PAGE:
Jul 24, 2013

South American Satellite Joins Earth Observation Effort

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Brazil and Argentina have joined an international effort to provide data and to help prevent an ocean color data gap, which occurred after the Coastal Zone Color Scanner (CZCS) mission failed in 1986. Scientists had to wait for 10 years before new ocean color sensors (MOS, OCTS and POLDER) were launched in 1996. Remote sensing of ocean color provides important information about oceans based on the sea’s color, as seen from space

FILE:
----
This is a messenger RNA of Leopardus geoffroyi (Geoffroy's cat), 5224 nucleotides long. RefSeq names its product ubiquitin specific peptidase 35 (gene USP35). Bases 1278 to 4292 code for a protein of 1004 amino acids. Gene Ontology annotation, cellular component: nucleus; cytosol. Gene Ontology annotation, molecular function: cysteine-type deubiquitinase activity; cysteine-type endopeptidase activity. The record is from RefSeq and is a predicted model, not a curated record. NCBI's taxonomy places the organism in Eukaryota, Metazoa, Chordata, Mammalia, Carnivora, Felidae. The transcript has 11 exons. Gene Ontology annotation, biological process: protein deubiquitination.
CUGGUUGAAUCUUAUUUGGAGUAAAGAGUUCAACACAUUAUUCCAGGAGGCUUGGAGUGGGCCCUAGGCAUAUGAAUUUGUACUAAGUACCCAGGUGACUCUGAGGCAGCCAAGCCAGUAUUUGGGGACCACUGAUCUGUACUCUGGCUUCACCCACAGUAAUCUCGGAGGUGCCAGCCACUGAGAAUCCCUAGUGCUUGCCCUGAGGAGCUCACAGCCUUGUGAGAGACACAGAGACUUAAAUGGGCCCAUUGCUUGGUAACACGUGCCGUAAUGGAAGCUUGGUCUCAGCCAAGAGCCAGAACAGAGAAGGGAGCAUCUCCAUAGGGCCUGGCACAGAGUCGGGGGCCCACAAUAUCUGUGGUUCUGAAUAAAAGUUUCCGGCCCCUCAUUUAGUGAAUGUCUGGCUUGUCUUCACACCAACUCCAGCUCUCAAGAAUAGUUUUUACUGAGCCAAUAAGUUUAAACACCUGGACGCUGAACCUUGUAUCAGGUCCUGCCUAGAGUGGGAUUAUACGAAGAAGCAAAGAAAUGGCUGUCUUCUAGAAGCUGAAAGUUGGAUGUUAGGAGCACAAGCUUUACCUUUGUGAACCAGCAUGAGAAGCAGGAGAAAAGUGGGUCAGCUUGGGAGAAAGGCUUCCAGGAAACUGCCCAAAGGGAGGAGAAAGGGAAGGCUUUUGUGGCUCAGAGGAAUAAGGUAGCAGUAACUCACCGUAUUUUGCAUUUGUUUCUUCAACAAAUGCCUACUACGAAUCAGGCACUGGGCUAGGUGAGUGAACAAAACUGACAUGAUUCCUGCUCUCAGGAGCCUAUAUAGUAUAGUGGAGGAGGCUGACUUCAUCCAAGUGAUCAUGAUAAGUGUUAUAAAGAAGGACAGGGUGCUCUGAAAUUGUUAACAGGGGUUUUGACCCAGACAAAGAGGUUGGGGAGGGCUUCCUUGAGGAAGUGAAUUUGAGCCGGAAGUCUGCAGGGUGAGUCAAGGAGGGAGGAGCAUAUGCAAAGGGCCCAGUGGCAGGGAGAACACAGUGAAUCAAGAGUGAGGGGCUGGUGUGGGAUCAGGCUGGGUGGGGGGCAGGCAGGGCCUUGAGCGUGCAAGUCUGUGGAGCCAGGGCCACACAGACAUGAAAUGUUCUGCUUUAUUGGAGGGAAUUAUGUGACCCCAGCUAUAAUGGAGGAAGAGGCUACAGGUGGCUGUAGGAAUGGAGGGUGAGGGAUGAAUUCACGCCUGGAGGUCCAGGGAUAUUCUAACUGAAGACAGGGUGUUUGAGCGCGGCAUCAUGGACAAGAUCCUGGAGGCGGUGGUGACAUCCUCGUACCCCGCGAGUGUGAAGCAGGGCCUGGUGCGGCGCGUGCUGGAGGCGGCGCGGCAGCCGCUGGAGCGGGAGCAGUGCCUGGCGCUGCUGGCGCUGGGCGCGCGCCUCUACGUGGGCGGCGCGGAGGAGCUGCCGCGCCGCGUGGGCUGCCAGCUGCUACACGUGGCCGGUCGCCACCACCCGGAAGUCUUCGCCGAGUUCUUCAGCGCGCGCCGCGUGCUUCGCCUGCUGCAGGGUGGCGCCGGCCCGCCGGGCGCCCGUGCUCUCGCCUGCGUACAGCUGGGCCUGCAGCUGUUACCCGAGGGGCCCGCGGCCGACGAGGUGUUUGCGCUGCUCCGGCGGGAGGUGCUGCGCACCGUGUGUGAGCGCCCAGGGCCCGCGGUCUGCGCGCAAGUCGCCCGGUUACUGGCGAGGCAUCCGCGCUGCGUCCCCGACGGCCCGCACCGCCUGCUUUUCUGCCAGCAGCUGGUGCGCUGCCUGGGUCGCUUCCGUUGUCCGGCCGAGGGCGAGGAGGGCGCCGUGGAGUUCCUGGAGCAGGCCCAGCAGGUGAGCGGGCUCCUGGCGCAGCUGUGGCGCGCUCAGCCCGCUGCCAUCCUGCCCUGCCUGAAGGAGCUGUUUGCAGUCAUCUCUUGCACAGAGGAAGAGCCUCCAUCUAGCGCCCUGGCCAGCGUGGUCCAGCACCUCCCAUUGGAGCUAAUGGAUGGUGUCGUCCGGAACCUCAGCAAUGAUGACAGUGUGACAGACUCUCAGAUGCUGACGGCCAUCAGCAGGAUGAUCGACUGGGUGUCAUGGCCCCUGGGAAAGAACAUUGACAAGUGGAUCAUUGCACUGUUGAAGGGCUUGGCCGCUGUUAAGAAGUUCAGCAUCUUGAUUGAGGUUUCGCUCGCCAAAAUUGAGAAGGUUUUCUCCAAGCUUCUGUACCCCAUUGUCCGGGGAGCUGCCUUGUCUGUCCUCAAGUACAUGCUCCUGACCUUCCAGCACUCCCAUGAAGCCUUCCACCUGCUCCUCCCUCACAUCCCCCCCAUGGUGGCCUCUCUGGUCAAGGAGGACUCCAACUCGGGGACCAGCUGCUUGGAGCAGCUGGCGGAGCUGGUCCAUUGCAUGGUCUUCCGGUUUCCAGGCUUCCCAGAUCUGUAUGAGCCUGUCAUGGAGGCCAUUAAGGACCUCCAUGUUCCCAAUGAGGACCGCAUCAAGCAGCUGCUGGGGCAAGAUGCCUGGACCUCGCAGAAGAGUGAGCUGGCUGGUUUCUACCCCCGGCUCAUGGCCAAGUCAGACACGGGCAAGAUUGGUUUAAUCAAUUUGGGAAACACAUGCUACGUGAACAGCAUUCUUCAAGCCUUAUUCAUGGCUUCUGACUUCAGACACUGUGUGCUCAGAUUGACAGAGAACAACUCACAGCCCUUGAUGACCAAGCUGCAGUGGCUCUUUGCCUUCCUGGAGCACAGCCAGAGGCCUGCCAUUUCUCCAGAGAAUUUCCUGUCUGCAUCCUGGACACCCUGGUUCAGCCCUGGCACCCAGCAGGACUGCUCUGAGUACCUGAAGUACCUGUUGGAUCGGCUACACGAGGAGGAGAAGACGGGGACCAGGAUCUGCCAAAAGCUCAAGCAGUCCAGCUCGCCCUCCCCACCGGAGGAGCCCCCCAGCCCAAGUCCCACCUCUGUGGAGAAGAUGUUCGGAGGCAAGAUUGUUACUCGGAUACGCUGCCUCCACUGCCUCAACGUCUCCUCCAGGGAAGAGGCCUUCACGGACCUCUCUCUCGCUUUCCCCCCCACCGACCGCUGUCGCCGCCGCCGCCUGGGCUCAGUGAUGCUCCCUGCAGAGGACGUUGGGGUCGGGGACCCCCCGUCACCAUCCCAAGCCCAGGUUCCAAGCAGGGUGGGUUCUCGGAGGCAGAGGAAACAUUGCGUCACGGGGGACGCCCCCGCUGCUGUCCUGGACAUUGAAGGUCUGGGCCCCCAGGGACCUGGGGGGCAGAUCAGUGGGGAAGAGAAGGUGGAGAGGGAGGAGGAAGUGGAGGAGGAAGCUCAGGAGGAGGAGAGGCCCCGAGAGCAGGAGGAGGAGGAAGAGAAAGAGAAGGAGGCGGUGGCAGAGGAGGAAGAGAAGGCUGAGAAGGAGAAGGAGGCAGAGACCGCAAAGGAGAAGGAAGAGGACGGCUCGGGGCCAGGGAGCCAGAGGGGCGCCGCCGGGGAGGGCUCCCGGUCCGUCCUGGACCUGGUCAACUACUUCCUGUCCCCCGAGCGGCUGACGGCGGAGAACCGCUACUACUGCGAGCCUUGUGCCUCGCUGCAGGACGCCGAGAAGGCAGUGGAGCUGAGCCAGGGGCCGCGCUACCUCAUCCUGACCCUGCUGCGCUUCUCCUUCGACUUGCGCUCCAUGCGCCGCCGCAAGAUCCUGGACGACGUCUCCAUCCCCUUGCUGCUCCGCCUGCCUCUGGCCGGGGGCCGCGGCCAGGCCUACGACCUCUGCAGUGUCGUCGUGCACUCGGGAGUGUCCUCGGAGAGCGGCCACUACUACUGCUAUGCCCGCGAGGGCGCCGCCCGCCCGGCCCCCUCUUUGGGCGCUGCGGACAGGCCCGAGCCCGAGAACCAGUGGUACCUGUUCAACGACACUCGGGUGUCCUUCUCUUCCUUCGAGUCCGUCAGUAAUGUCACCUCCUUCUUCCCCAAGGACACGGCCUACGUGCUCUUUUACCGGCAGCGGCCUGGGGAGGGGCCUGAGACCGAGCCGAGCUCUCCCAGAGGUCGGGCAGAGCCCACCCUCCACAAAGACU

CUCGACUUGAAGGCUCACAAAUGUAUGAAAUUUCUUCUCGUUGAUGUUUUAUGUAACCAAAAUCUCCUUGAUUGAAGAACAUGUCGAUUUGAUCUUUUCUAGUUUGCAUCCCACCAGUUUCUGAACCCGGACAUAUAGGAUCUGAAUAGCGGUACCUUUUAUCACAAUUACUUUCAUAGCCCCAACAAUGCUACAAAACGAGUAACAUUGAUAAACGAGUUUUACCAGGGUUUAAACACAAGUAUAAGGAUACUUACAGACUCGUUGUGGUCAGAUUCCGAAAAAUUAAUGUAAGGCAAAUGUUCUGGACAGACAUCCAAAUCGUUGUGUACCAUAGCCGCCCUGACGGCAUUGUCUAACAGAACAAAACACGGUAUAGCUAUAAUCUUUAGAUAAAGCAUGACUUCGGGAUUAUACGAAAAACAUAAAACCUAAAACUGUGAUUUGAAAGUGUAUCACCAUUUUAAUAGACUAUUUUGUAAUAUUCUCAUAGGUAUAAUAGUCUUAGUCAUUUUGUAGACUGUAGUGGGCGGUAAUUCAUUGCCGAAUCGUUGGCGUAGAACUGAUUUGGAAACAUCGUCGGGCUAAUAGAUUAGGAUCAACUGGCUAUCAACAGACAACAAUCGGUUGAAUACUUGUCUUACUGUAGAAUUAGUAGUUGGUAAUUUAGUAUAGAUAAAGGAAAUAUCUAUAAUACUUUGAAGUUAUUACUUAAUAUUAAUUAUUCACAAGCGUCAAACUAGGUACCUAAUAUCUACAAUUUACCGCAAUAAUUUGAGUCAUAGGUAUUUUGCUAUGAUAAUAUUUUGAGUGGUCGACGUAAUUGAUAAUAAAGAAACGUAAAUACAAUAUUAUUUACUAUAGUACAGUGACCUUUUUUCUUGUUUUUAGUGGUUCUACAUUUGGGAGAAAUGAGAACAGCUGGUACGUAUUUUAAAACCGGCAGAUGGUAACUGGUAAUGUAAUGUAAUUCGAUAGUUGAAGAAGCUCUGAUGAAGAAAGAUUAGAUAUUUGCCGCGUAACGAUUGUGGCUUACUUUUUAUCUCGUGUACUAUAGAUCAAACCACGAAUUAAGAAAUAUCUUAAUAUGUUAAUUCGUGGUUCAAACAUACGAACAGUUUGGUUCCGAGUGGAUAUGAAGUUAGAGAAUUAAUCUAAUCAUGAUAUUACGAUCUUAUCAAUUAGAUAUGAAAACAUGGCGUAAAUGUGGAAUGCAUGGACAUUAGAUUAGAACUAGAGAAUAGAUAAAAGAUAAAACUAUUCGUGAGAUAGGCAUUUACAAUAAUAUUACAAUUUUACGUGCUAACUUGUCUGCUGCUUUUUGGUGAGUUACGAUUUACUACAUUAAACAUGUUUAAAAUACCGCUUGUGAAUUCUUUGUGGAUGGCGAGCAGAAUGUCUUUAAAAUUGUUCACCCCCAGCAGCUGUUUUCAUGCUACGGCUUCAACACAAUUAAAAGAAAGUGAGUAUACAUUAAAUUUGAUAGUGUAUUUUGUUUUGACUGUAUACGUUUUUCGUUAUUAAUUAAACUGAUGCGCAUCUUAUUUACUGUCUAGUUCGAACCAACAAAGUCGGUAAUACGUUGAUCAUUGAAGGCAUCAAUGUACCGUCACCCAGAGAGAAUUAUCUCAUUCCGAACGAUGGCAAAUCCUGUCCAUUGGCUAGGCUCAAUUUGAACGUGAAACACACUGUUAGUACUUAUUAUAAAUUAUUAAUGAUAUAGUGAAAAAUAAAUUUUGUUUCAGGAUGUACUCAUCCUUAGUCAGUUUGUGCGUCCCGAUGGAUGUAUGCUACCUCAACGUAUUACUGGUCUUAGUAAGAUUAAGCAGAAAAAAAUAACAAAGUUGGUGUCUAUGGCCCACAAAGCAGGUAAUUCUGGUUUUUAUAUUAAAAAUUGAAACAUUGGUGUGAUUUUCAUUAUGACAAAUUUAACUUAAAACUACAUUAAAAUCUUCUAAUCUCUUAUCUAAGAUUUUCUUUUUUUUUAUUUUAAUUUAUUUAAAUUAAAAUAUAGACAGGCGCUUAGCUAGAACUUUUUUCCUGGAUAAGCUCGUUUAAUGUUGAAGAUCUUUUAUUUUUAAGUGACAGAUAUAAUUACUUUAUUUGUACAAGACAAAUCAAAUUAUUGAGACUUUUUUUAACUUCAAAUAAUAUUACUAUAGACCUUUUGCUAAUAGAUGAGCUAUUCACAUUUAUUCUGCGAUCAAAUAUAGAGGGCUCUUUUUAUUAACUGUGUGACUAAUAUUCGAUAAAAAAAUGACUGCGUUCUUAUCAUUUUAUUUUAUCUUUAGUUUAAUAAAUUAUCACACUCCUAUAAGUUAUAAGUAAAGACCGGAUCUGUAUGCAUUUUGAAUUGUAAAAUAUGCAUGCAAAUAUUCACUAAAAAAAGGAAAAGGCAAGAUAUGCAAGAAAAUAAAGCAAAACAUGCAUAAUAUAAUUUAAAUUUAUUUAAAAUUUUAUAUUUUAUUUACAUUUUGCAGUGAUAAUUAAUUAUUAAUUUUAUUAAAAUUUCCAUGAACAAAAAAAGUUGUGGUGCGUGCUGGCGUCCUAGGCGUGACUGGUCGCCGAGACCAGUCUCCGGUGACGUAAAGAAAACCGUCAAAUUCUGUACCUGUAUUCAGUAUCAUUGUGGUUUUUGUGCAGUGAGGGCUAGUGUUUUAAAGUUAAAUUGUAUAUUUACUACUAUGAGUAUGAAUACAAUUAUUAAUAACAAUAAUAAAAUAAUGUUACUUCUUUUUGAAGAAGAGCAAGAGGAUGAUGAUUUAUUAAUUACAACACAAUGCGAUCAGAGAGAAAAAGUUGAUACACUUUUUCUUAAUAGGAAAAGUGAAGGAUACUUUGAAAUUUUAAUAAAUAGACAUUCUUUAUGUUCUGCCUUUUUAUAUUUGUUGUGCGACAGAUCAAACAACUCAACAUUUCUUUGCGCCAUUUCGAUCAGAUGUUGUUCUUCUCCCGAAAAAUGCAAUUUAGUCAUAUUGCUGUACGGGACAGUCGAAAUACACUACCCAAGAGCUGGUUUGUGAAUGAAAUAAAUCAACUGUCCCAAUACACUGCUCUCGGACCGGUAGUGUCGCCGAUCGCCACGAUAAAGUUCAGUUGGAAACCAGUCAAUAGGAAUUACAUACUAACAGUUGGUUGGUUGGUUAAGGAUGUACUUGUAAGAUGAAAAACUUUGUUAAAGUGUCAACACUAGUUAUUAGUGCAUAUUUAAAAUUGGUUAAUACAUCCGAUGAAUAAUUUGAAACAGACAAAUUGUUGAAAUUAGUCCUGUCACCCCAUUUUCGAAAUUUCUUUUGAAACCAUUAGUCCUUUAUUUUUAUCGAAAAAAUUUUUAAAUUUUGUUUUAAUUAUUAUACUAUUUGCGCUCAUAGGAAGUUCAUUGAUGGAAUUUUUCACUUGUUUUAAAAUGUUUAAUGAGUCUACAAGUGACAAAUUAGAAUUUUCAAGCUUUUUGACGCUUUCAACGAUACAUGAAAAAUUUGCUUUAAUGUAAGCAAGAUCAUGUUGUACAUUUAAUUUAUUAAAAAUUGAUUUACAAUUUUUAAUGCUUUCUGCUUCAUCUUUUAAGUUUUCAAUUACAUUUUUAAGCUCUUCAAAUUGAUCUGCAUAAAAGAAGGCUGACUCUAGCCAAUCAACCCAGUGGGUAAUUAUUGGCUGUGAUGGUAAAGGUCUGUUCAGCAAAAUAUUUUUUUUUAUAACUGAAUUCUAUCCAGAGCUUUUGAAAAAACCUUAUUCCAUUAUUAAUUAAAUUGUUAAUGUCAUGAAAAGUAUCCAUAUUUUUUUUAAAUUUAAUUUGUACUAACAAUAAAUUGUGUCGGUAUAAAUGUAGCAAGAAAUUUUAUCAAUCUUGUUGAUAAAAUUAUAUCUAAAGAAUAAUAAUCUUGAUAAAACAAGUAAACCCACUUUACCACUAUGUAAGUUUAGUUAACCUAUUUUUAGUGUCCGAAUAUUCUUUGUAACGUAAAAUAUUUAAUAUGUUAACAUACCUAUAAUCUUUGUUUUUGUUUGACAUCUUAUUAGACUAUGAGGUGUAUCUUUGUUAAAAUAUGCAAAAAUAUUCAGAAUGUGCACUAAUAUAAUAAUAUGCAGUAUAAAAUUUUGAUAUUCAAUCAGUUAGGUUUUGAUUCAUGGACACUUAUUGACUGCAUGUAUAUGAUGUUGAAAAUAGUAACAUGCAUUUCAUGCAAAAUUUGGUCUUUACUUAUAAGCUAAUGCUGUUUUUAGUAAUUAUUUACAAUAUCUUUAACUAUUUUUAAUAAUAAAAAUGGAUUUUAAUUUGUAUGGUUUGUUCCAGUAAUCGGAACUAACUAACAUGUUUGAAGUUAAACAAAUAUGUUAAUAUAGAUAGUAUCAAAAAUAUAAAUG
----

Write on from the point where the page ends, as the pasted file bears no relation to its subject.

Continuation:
The new mission is known as the Argentinean-Brazilian Satellite of Environmental Information of the Sea (SABIA-Mar for its name in Spanish and Portuguese). In a recent SABIA-Mar workshop, Agência Espacial Brasileira – AEB (Brazilian Space Agency), Instituto Nacional de Pesquisas Espaciais – INPE (National Institute for Space Research), both from Brazil and CONAE Comisión Nacional de Actividades Espaciales (National Commission of Space Activities) from Argentina, decided to split the SABIA-Mar mission into two satellites. The first will focus on imaging the global oceans and is expected to launch in 2018. Another satellite will be used for regional studies, and is planned for a 2019 launch.

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